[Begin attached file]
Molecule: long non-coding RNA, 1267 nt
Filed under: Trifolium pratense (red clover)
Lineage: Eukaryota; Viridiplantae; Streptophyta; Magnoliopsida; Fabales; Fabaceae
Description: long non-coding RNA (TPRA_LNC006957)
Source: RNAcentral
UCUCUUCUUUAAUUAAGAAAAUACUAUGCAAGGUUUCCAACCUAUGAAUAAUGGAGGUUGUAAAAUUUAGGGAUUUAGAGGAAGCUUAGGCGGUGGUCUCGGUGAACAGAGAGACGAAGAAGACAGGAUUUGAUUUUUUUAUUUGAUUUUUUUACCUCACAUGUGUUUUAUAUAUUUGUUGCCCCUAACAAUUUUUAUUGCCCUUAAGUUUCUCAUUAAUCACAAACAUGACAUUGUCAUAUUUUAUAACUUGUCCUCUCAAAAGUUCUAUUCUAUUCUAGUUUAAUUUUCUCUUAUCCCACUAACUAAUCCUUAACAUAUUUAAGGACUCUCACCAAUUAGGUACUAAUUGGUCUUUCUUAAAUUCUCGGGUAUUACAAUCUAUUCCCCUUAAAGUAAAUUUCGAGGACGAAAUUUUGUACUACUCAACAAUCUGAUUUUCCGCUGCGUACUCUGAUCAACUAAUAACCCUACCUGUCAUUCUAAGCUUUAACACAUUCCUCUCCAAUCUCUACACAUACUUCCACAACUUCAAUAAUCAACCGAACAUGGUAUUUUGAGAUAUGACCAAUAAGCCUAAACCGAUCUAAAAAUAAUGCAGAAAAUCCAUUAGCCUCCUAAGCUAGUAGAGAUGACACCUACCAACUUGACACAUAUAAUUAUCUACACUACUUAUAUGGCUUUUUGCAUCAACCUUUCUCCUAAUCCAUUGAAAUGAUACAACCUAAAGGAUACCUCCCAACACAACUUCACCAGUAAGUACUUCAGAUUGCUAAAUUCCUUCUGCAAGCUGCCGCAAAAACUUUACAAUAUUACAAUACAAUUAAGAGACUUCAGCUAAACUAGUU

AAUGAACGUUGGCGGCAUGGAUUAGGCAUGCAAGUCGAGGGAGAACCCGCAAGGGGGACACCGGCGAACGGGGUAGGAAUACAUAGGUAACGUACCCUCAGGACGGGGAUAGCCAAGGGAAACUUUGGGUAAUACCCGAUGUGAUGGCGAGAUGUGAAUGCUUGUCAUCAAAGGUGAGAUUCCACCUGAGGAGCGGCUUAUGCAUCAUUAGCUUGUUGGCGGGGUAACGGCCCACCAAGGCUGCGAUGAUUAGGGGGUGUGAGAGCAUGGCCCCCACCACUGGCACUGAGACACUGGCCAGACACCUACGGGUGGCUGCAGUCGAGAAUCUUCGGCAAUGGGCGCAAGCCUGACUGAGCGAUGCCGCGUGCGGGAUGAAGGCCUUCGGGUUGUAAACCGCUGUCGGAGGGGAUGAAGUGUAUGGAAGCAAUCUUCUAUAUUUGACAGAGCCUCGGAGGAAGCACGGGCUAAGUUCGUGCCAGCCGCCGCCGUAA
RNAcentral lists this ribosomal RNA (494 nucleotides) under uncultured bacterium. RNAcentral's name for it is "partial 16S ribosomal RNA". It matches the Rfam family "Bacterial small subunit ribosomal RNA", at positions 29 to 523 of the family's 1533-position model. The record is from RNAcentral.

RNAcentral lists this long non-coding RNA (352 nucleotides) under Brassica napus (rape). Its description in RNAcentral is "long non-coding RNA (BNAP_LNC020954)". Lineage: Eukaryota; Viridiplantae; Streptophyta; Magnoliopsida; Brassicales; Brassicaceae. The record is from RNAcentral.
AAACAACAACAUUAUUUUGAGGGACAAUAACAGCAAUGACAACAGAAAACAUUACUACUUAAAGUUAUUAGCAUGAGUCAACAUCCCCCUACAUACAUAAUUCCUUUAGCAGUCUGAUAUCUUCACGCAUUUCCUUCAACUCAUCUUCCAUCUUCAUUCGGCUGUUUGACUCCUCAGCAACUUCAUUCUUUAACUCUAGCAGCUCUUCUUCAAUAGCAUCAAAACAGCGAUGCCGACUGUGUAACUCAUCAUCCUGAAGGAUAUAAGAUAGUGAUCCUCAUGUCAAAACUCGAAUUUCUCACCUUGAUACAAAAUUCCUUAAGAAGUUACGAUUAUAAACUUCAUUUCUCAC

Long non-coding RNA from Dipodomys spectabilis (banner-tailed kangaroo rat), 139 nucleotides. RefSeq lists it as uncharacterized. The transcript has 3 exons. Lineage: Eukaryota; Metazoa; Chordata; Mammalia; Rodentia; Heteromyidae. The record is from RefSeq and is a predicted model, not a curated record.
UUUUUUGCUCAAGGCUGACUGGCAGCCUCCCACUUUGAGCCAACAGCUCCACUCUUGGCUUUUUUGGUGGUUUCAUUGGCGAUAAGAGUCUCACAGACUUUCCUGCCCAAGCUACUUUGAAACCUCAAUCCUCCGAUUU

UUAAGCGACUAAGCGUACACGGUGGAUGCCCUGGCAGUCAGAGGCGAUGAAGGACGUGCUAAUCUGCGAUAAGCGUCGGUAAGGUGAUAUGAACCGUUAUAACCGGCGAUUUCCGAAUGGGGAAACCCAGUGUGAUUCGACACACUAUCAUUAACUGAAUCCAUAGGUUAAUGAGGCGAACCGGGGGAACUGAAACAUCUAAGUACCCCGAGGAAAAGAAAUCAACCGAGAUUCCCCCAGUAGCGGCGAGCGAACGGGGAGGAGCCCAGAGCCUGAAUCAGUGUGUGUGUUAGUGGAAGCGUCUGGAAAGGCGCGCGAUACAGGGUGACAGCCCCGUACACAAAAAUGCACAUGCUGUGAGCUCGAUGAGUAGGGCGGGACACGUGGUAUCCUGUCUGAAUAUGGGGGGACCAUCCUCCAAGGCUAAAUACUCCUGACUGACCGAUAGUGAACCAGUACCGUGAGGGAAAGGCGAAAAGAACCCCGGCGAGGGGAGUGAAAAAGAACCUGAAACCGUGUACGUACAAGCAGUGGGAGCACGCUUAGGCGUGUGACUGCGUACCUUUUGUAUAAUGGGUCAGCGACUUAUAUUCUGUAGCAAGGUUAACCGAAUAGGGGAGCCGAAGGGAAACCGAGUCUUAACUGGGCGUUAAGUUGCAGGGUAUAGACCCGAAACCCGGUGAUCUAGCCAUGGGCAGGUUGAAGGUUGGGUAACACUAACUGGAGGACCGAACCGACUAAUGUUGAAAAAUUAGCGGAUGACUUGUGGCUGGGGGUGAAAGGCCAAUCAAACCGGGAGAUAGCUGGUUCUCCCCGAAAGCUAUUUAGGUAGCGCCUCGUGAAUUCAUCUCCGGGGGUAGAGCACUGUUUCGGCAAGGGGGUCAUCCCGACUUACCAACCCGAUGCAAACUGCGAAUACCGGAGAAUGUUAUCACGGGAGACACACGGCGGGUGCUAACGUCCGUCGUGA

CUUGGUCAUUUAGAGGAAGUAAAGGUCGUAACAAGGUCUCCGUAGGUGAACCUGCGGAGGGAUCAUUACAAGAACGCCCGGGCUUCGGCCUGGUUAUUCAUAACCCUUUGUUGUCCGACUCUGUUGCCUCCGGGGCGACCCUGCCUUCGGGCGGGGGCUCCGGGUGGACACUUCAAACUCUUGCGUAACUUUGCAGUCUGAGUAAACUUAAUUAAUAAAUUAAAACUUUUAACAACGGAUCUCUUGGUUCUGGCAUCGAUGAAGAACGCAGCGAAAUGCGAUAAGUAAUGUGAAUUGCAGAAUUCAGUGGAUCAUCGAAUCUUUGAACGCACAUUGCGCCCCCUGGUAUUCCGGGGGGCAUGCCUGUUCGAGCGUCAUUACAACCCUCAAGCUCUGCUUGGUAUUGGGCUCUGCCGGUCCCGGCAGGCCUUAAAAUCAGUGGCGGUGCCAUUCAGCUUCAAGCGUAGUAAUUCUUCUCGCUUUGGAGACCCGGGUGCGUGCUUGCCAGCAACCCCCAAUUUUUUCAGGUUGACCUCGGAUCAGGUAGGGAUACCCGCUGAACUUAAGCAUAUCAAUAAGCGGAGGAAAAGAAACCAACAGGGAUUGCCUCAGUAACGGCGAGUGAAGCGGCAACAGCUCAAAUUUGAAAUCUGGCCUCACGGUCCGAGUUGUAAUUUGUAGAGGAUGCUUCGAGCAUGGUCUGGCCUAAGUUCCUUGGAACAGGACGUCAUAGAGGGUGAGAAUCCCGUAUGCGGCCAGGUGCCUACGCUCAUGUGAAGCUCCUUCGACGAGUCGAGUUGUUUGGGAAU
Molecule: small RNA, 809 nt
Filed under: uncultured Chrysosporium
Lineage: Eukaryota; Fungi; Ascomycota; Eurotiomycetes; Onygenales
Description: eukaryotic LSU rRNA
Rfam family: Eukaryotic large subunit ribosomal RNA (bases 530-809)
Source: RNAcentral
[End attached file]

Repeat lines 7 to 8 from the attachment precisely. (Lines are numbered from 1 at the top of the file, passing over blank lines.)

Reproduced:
AAUGAACGUUGGCGGCAUGGAUUAGGCAUGCAAGUCGAGGGAGAACCCGCAAGGGGGACACCGGCGAACGGGGUAGGAAUACAUAGGUAACGUACCCUCAGGACGGGGAUAGCCAAGGGAAACUUUGGGUAAUACCCGAUGUGAUGGCGAGAUGUGAAUGCUUGUCAUCAAAGGUGAGAUUCCACCUGAGGAGCGGCUUAUGCAUCAUUAGCUUGUUGGCGGGGUAACGGCCCACCAAGGCUGCGAUGAUUAGGGGGUGUGAGAGCAUGGCCCCCACCACUGGCACUGAGACACUGGCCAGACACCUACGGGUGGCUGCAGUCGAGAAUCUUCGGCAAUGGGCGCAAGCCUGACUGAGCGAUGCCGCGUGCGGGAUGAAGGCCUUCGGGUUGUAAACCGCUGUCGGAGGGGAUGAAGUGUAUGGAAGCAAUCUUCUAUAUUUGACAGAGCCUCGGAGGAAGCACGGGCUAAGUUCGUGCCAGCCGCCGCCGUAA
RNAcentral lists this ribosomal RNA (494 nucleotides) under uncultured bacterium. RNAcentral's name for it is "partial 16S ribosomal RNA". It matches the Rfam family "Bacterial small subunit ribosomal RNA", at positions 29 to 523 of the family's 1533-position model. The record is from RNAcentral.